‘There is some measure of truth in the legend of God Zamolxis. As I was saying, the cave does not lead to Transylvania and there are no precious metals in the area, but there is a measure of truth about the story of Zamolxis. Just think about those healers. Where did their knowledge come from if there had been no predecessors to educate them? I believe some predecessors helped the creation of a functional system in the area that is functional even today. I believe that in places where there were such small Dacian settlements on Carpathian peaks, where raw materials were abundant, there were some teachers who would stay for some years to teach locals how to help themselves. We now can say, using measurements from devices attesting to the special energy of the place, that the place is out of the real realm. Inside the cave, as you travel down the moulds of sediments, there is another time dimension; there are no changing seasons and people are totally cut away from the real world outside. There is also a change in metabolism, which is necessary,’ the guide explains.

On the tourist track, there are various formations that where christened in time. On one of the walls there is a painting of Death scribbled in carbon black.


Photo credit: (c) Oana POPESCU / AGERPRES ARCHIVE

‘Scaunul lui Zamolxe, Zamolxis’ stool, is a natural stool-shaped piece of lime from the time the Oltet would flow here at this level. This was surely used as a stool, because from the entrance to this point there are 200 m and there is nowhere else to sit. It is in this place that the healers would treat the people in need. The same as Zamolxis’ Stool, the Dacian Oven here is the place most covered in carbon black, which means it was used until recently. There is also a mural painting depicting Death, which origin is unknown, that warns the visitors of the many lateral dangers, as there was no lighting and no way out of thecae,’ the guide explains.

A bat colony was and still is a main attraction of the cave. Bats appeared 60-70 million years ago, at the same time with the lime and before the formation of the cave floor open to visitors. They are even today the cave’s guides, they were the predecessors and guides for the cavemen, who could not have managed otherwise in the cave.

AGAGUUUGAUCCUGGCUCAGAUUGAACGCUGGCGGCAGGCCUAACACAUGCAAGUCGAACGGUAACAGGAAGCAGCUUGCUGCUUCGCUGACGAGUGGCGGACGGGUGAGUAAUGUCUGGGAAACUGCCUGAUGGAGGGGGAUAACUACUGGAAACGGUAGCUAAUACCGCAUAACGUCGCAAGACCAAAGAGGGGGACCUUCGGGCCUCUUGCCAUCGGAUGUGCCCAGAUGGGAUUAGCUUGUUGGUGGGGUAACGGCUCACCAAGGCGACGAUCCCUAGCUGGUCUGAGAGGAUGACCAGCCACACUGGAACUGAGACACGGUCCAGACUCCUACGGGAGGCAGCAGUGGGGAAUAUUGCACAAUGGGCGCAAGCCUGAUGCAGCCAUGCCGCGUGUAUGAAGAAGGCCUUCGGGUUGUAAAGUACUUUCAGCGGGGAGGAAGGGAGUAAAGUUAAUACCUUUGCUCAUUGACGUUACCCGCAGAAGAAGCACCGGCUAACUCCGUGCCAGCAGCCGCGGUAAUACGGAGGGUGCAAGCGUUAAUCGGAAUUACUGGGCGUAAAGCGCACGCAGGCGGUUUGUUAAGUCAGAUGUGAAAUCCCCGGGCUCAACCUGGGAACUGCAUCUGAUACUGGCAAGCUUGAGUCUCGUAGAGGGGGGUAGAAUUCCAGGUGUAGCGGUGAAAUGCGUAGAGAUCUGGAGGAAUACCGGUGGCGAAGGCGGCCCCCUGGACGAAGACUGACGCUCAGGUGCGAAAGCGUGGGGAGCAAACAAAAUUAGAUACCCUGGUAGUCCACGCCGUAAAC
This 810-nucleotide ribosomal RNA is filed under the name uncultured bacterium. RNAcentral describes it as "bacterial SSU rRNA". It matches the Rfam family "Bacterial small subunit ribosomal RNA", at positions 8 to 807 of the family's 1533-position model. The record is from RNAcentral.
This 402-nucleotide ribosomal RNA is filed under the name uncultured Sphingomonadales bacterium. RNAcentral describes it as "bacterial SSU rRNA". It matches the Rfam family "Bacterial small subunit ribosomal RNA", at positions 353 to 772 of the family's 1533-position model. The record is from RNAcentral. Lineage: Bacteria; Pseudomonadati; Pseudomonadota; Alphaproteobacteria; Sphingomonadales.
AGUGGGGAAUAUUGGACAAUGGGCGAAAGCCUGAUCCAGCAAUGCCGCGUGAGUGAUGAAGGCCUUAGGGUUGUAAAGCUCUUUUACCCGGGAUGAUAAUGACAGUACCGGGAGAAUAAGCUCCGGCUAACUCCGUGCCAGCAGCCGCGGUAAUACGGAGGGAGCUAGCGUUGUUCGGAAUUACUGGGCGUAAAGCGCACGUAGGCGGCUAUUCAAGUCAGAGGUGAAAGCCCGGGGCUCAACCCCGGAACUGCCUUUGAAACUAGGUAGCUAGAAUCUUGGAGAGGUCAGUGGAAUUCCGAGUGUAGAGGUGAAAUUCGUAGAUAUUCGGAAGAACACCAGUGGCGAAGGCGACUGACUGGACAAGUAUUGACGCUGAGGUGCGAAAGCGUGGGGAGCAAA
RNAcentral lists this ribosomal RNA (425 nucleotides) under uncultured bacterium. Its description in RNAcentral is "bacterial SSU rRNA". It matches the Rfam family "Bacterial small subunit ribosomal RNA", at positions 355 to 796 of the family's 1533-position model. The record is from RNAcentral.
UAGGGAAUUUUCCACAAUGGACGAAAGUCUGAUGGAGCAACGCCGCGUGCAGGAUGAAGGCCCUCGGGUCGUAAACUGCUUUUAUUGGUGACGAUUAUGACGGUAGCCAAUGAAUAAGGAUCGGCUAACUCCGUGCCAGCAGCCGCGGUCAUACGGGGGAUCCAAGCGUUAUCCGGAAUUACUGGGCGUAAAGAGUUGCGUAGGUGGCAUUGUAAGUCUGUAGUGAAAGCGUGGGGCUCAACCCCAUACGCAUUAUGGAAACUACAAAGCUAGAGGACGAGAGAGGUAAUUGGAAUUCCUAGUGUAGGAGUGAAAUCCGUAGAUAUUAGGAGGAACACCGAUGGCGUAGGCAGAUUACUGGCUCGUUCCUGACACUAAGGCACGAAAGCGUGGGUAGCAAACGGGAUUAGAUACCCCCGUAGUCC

‘Cavemen would hide in the cave mainly from wild animals. Bats in Romania are not big, they all belong to the Microchiroptera suborder. Because mining, forest activities and tourism have dwindled the bat population by 70 per cent, once in the European Union Romania took over bat protection legislation, and I am convinced the bats will survive because they also feed on our attention,’ the guide says.

The cave is home to a colony of nearly 300 cave bats of the Microchiroptera Suborder, of which the Rhinolophus Genus is abundant , popularly known as the horseshoe bats because of the horseshoe shape of the skin surrounding their nose. The guide says she has trained them to listen to commands. The bat leaders are called Soni, for sonar. They are the ones protecting the colony and warning about any danger.


Photo credit: (c) Oana POPESCU / AGERPRES ARCHIVE

‘There are some 5-6 species divided in three colonies. I have noticed that during hibernation time, three months when the cave closes and electrification is down, they migrate upstream, to the tourist area, where there are better conditions, with constant temperature and the highest gallery. They can be trained and I managed to say some words and they execute the commands by association. The horseshoe bats are dominant. They are very smart because, besides their echolocation powers, they have a haired skin around their nose that enhance sounds. When they talk with each other, we do not hear them, but when we do hear them, it means they want us to hear them. Bats on the tourist trail have some clear roles. Leaders come first and leave last, staying in fixed places. When they do not hibernate, they leave the cave but stay in the area. They migrate to all the small grottos on the slopes to be close to the river, where they hunt each evening. Tourists come scared to meet them, but leave excited. There are some leaders that I call Soni, for sonar, that warn me when there is any danger,’ the guide says.

The Oltet Gorges are said to be the steepest in Europe. Their beauty takes your breath away from the very entrance to this special place, and with some luck you can admire chamois, deer, boars and other animals that live here.


Photo credit: (c) Nicolae BADEA / AGERPRES ARCHIVE

‘The gorges cannot be planned because the distance from the peak to the river is some 400 m vertically. There is only 60 cm separating Mt. Parang from Mt. Capatanii. The gorges are nearly 2.1 km long,’ says Bantea.

The cave closes December, January and February, while in March and November it is open on weekends only. Open hours: 10:00—18:00, Tuesday-Sunday. The number of visitors exceeds 30,000 a year.

Chei and the Polovragi Cave is accessible via national road DN 67 linking Ramnicu-Valcea to Targu-Jiu. Polovragi Commune is right on the border between Valcea County and Gorj County, 54 km away from Targu-Jiu, the capital city of Gorj County.


Photo credit: (c) Nicolae BADEA / AGERPRES ARCHIVE